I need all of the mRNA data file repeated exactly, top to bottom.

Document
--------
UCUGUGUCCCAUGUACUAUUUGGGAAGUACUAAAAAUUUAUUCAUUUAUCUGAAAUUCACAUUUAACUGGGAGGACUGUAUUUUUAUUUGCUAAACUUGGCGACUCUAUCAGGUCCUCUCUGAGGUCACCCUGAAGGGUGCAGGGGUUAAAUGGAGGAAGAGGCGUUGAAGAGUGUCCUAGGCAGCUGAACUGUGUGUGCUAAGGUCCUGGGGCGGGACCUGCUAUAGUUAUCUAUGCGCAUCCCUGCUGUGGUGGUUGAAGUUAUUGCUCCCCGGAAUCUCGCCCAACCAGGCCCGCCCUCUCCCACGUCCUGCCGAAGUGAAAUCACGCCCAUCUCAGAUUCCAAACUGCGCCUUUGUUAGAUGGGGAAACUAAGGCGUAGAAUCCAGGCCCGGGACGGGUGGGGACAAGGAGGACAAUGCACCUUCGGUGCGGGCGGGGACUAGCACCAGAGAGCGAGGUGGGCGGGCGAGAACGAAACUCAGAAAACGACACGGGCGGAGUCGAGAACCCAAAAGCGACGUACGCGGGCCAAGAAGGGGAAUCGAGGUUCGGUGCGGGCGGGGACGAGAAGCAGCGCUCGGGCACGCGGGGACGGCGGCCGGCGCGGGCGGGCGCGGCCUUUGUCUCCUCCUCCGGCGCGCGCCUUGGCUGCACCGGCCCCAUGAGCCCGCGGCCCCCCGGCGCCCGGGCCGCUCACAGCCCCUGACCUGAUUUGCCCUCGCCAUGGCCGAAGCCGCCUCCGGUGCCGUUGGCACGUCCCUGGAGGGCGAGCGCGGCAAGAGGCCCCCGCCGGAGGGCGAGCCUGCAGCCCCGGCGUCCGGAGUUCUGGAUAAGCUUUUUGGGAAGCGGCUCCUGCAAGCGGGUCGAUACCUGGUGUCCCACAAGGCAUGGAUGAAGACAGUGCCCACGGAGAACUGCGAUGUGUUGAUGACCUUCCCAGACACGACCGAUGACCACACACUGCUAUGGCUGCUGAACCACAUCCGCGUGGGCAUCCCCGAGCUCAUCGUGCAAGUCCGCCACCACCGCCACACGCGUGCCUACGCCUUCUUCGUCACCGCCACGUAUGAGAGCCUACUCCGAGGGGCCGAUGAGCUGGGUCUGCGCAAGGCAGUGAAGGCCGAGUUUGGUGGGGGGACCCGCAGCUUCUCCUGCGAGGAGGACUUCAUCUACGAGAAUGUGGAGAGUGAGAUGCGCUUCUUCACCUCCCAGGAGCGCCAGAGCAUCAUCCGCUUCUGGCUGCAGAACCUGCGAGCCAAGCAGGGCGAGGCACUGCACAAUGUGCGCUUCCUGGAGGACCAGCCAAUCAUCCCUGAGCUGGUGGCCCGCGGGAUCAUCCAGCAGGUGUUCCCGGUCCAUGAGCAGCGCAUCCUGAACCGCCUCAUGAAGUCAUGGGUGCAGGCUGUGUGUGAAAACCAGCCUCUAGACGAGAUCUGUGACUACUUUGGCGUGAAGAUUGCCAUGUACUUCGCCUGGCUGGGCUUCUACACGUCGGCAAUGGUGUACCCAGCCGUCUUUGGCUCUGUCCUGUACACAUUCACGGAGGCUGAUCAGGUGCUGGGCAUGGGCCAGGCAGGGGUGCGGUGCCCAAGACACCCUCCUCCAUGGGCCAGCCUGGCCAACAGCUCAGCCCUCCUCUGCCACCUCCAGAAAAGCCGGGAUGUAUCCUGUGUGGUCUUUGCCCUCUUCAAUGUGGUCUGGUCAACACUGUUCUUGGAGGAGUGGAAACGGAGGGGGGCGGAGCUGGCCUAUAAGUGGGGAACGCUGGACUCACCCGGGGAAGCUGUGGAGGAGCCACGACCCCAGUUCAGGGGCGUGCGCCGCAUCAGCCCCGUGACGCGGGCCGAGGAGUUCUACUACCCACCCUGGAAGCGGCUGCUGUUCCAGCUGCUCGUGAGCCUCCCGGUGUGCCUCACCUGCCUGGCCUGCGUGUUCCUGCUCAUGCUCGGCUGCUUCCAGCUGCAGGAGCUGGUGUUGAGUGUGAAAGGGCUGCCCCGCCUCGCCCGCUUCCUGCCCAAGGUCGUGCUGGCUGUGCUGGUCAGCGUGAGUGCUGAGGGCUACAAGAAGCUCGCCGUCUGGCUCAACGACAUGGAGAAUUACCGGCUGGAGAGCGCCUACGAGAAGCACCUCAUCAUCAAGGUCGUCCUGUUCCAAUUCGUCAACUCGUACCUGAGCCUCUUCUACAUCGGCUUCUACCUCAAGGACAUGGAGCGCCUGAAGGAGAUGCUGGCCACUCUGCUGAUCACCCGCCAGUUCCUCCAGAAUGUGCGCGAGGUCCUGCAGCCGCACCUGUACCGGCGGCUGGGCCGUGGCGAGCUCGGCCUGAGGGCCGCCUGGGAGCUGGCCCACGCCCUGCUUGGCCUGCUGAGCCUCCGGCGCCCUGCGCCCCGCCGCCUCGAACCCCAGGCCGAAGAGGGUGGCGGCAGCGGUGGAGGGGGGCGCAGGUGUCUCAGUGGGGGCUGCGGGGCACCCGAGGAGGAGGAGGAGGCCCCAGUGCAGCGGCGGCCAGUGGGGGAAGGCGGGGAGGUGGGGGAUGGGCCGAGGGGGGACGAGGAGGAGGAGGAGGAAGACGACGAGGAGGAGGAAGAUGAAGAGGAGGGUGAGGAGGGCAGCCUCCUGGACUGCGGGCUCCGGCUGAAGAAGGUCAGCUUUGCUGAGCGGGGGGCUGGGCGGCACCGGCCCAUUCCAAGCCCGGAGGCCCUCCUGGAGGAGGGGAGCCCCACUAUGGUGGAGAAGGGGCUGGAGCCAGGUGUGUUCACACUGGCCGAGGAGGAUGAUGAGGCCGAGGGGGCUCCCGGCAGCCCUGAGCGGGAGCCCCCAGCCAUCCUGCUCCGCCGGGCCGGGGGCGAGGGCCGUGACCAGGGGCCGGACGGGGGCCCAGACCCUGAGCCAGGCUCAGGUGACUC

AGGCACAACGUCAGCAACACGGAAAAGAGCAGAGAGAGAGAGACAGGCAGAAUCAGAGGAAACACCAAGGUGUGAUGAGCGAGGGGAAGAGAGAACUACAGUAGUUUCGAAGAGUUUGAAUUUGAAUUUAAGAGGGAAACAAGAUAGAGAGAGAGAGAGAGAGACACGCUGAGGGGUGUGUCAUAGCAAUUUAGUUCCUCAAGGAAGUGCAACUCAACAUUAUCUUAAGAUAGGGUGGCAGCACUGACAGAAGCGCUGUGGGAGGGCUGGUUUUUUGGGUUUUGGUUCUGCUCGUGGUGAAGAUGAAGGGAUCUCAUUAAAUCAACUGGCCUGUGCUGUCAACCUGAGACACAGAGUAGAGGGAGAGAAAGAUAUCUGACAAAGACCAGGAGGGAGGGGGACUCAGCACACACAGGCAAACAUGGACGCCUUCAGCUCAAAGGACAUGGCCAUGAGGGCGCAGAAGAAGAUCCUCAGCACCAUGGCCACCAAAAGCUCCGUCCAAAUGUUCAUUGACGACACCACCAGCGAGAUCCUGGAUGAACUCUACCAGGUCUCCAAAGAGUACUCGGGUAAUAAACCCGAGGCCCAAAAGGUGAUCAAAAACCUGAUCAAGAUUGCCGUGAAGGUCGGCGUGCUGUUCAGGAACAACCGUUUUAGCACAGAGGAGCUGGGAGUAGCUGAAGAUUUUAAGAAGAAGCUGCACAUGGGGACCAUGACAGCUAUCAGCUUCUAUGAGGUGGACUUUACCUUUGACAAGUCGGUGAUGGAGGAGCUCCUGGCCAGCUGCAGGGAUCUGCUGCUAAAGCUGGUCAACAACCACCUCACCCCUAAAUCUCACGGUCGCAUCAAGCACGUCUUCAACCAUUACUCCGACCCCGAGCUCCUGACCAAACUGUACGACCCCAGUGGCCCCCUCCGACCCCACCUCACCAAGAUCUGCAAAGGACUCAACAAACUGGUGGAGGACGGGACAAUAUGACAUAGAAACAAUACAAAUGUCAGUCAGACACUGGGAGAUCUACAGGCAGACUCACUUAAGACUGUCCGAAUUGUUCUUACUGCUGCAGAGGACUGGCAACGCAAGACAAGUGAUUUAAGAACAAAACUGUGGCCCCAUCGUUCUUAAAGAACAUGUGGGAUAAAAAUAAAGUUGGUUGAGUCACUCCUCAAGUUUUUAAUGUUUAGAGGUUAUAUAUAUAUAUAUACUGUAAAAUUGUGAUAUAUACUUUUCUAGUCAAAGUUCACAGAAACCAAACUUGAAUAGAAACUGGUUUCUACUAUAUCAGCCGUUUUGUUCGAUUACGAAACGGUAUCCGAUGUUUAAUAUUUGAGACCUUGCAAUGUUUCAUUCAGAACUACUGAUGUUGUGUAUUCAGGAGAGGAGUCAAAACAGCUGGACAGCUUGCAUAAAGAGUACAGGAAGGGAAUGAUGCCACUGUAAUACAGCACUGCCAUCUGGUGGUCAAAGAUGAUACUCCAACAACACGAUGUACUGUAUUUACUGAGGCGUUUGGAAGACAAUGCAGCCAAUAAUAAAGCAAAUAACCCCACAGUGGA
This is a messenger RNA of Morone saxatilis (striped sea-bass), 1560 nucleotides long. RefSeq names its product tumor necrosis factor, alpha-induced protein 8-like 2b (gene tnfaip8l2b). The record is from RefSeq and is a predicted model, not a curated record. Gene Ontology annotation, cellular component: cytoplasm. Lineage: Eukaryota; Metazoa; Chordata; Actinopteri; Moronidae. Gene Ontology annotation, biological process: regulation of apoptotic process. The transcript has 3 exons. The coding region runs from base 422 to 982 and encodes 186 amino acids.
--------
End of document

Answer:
UCUGUGUCCCAUGUACUAUUUGGGAAGUACUAAAAAUUUAUUCAUUUAUCUGAAAUUCACAUUUAACUGGGAGGACUGUAUUUUUAUUUGCUAAACUUGGCGACUCUAUCAGGUCCUCUCUGAGGUCACCCUGAAGGGUGCAGGGGUUAAAUGGAGGAAGAGGCGUUGAAGAGUGUCCUAGGCAGCUGAACUGUGUGUGCUAAGGUCCUGGGGCGGGACCUGCUAUAGUUAUCUAUGCGCAUCCCUGCUGUGGUGGUUGAAGUUAUUGCUCCCCGGAAUCUCGCCCAACCAGGCCCGCCCUCUCCCACGUCCUGCCGAAGUGAAAUCACGCCCAUCUCAGAUUCCAAACUGCGCCUUUGUUAGAUGGGGAAACUAAGGCGUAGAAUCCAGGCCCGGGACGGGUGGGGACAAGGAGGACAAUGCACCUUCGGUGCGGGCGGGGACUAGCACCAGAGAGCGAGGUGGGCGGGCGAGAACGAAACUCAGAAAACGACACGGGCGGAGUCGAGAACCCAAAAGCGACGUACGCGGGCCAAGAAGGGGAAUCGAGGUUCGGUGCGGGCGGGGACGAGAAGCAGCGCUCGGGCACGCGGGGACGGCGGCCGGCGCGGGCGGGCGCGGCCUUUGUCUCCUCCUCCGGCGCGCGCCUUGGCUGCACCGGCCCCAUGAGCCCGCGGCCCCCCGGCGCCCGGGCCGCUCACAGCCCCUGACCUGAUUUGCCCUCGCCAUGGCCGAAGCCGCCUCCGGUGCCGUUGGCACGUCCCUGGAGGGCGAGCGCGGCAAGAGGCCCCCGCCGGAGGGCGAGCCUGCAGCCCCGGCGUCCGGAGUUCUGGAUAAGCUUUUUGGGAAGCGGCUCCUGCAAGCGGGUCGAUACCUGGUGUCCCACAAGGCAUGGAUGAAGACAGUGCCCACGGAGAACUGCGAUGUGUUGAUGACCUUCCCAGACACGACCGAUGACCACACACUGCUAUGGCUGCUGAACCACAUCCGCGUGGGCAUCCCCGAGCUCAUCGUGCAAGUCCGCCACCACCGCCACACGCGUGCCUACGCCUUCUUCGUCACCGCCACGUAUGAGAGCCUACUCCGAGGGGCCGAUGAGCUGGGUCUGCGCAAGGCAGUGAAGGCCGAGUUUGGUGGGGGGACCCGCAGCUUCUCCUGCGAGGAGGACUUCAUCUACGAGAAUGUGGAGAGUGAGAUGCGCUUCUUCACCUCCCAGGAGCGCCAGAGCAUCAUCCGCUUCUGGCUGCAGAACCUGCGAGCCAAGCAGGGCGAGGCACUGCACAAUGUGCGCUUCCUGGAGGACCAGCCAAUCAUCCCUGAGCUGGUGGCCCGCGGGAUCAUCCAGCAGGUGUUCCCGGUCCAUGAGCAGCGCAUCCUGAACCGCCUCAUGAAGUCAUGGGUGCAGGCUGUGUGUGAAAACCAGCCUCUAGACGAGAUCUGUGACUACUUUGGCGUGAAGAUUGCCAUGUACUUCGCCUGGCUGGGCUUCUACACGUCGGCAAUGGUGUACCCAGCCGUCUUUGGCUCUGUCCUGUACACAUUCACGGAGGCUGAUCAGGUGCUGGGCAUGGGCCAGGCAGGGGUGCGGUGCCCAAGACACCCUCCUCCAUGGGCCAGCCUGGCCAACAGCUCAGCCCUCCUCUGCCACCUCCAGAAAAGCCGGGAUGUAUCCUGUGUGGUCUUUGCCCUCUUCAAUGUGGUCUGGUCAACACUGUUCUUGGAGGAGUGGAAACGGAGGGGGGCGGAGCUGGCCUAUAAGUGGGGAACGCUGGACUCACCCGGGGAAGCUGUGGAGGAGCCACGACCCCAGUUCAGGGGCGUGCGCCGCAUCAGCCCCGUGACGCGGGCCGAGGAGUUCUACUACCCACCCUGGAAGCGGCUGCUGUUCCAGCUGCUCGUGAGCCUCCCGGUGUGCCUCACCUGCCUGGCCUGCGUGUUCCUGCUCAUGCUCGGCUGCUUCCAGCUGCAGGAGCUGGUGUUGAGUGUGAAAGGGCUGCCCCGCCUCGCCCGCUUCCUGCCCAAGGUCGUGCUGGCUGUGCUGGUCAGCGUGAGUGCUGAGGGCUACAAGAAGCUCGCCGUCUGGCUCAACGACAUGGAGAAUUACCGGCUGGAGAGCGCCUACGAGAAGCACCUCAUCAUCAAGGUCGUCCUGUUCCAAUUCGUCAACUCGUACCUGAGCCUCUUCUACAUCGGCUUCUACCUCAAGGACAUGGAGCGCCUGAAGGAGAUGCUGGCCACUCUGCUGAUCACCCGCCAGUUCCUCCAGAAUGUGCGCGAGGUCCUGCAGCCGCACCUGUACCGGCGGCUGGGCCGUGGCGAGCUCGGCCUGAGGGCCGCCUGGGAGCUGGCCCACGCCCUGCUUGGCCUGCUGAGCCUCCGGCGCCCUGCGCCCCGCCGCCUCGAACCCCAGGCCGAAGAGGGUGGCGGCAGCGGUGGAGGGGGGCGCAGGUGUCUCAGUGGGGGCUGCGGGGCACCCGAGGAGGAGGAGGAGGCCCCAGUGCAGCGGCGGCCAGUGGGGGAAGGCGGGGAGGUGGGGGAUGGGCCGAGGGGGGACGAGGAGGAGGAGGAGGAAGACGACGAGGAGGAGGAAGAUGAAGAGGAGGGUGAGGAGGGCAGCCUCCUGGACUGCGGGCUCCGGCUGAAGAAGGUCAGCUUUGCUGAGCGGGGGGCUGGGCGGCACCGGCCCAUUCCAAGCCCGGAGGCCCUCCUGGAGGAGGGGAGCCCCACUAUGGUGGAGAAGGGGCUGGAGCCAGGUGUGUUCACACUGGCCGAGGAGGAUGAUGAGGCCGAGGGGGCUCCCGGCAGCCCUGAGCGGGAGCCCCCAGCCAUCCUGCUCCGCCGGGCCGGGGGCGAGGGCCGUGACCAGGGGCCGGACGGGGGCCCAGACCCUGAGCCAGGCUCAGGUGACUC

AGGCACAACGUCAGCAACACGGAAAAGAGCAGAGAGAGAGAGACAGGCAGAAUCAGAGGAAACACCAAGGUGUGAUGAGCGAGGGGAAGAGAGAACUACAGUAGUUUCGAAGAGUUUGAAUUUGAAUUUAAGAGGGAAACAAGAUAGAGAGAGAGAGAGAGAGACACGCUGAGGGGUGUGUCAUAGCAAUUUAGUUCCUCAAGGAAGUGCAACUCAACAUUAUCUUAAGAUAGGGUGGCAGCACUGACAGAAGCGCUGUGGGAGGGCUGGUUUUUUGGGUUUUGGUUCUGCUCGUGGUGAAGAUGAAGGGAUCUCAUUAAAUCAACUGGCCUGUGCUGUCAACCUGAGACACAGAGUAGAGGGAGAGAAAGAUAUCUGACAAAGACCAGGAGGGAGGGGGACUCAGCACACACAGGCAAACAUGGACGCCUUCAGCUCAAAGGACAUGGCCAUGAGGGCGCAGAAGAAGAUCCUCAGCACCAUGGCCACCAAAAGCUCCGUCCAAAUGUUCAUUGACGACACCACCAGCGAGAUCCUGGAUGAACUCUACCAGGUCUCCAAAGAGUACUCGGGUAAUAAACCCGAGGCCCAAAAGGUGAUCAAAAACCUGAUCAAGAUUGCCGUGAAGGUCGGCGUGCUGUUCAGGAACAACCGUUUUAGCACAGAGGAGCUGGGAGUAGCUGAAGAUUUUAAGAAGAAGCUGCACAUGGGGACCAUGACAGCUAUCAGCUUCUAUGAGGUGGACUUUACCUUUGACAAGUCGGUGAUGGAGGAGCUCCUGGCCAGCUGCAGGGAUCUGCUGCUAAAGCUGGUCAACAACCACCUCACCCCUAAAUCUCACGGUCGCAUCAAGCACGUCUUCAACCAUUACUCCGACCCCGAGCUCCUGACCAAACUGUACGACCCCAGUGGCCCCCUCCGACCCCACCUCACCAAGAUCUGCAAAGGACUCAACAAACUGGUGGAGGACGGGACAAUAUGACAUAGAAACAAUACAAAUGUCAGUCAGACACUGGGAGAUCUACAGGCAGACUCACUUAAGACUGUCCGAAUUGUUCUUACUGCUGCAGAGGACUGGCAACGCAAGACAAGUGAUUUAAGAACAAAACUGUGGCCCCAUCGUUCUUAAAGAACAUGUGGGAUAAAAAUAAAGUUGGUUGAGUCACUCCUCAAGUUUUUAAUGUUUAGAGGUUAUAUAUAUAUAUAUACUGUAAAAUUGUGAUAUAUACUUUUCUAGUCAAAGUUCACAGAAACCAAACUUGAAUAGAAACUGGUUUCUACUAUAUCAGCCGUUUUGUUCGAUUACGAAACGGUAUCCGAUGUUUAAUAUUUGAGACCUUGCAAUGUUUCAUUCAGAACUACUGAUGUUGUGUAUUCAGGAGAGGAGUCAAAACAGCUGGACAGCUUGCAUAAAGAGUACAGGAAGGGAAUGAUGCCACUGUAAUACAGCACUGCCAUCUGGUGGUCAAAGAUGAUACUCCAACAACACGAUGUACUGUAUUUACUGAGGCGUUUGGAAGACAAUGCAGCCAAUAAUAAAGCAAAUAACCCCACAGUGGA
This is a messenger RNA of Morone saxatilis (striped sea-bass), 1560 nucleotides long. RefSeq names its product tumor necrosis factor, alpha-induced protein 8-like 2b (gene tnfaip8l2b). The record is from RefSeq and is a predicted model, not a curated record. Gene Ontology annotation, cellular component: cytoplasm. Lineage: Eukaryota; Metazoa; Chordata; Actinopteri; Moronidae. Gene Ontology annotation, biological process: regulation of apoptotic process. The transcript has 3 exons. The coding region runs from base 422 to 982 and encodes 186 amino acids.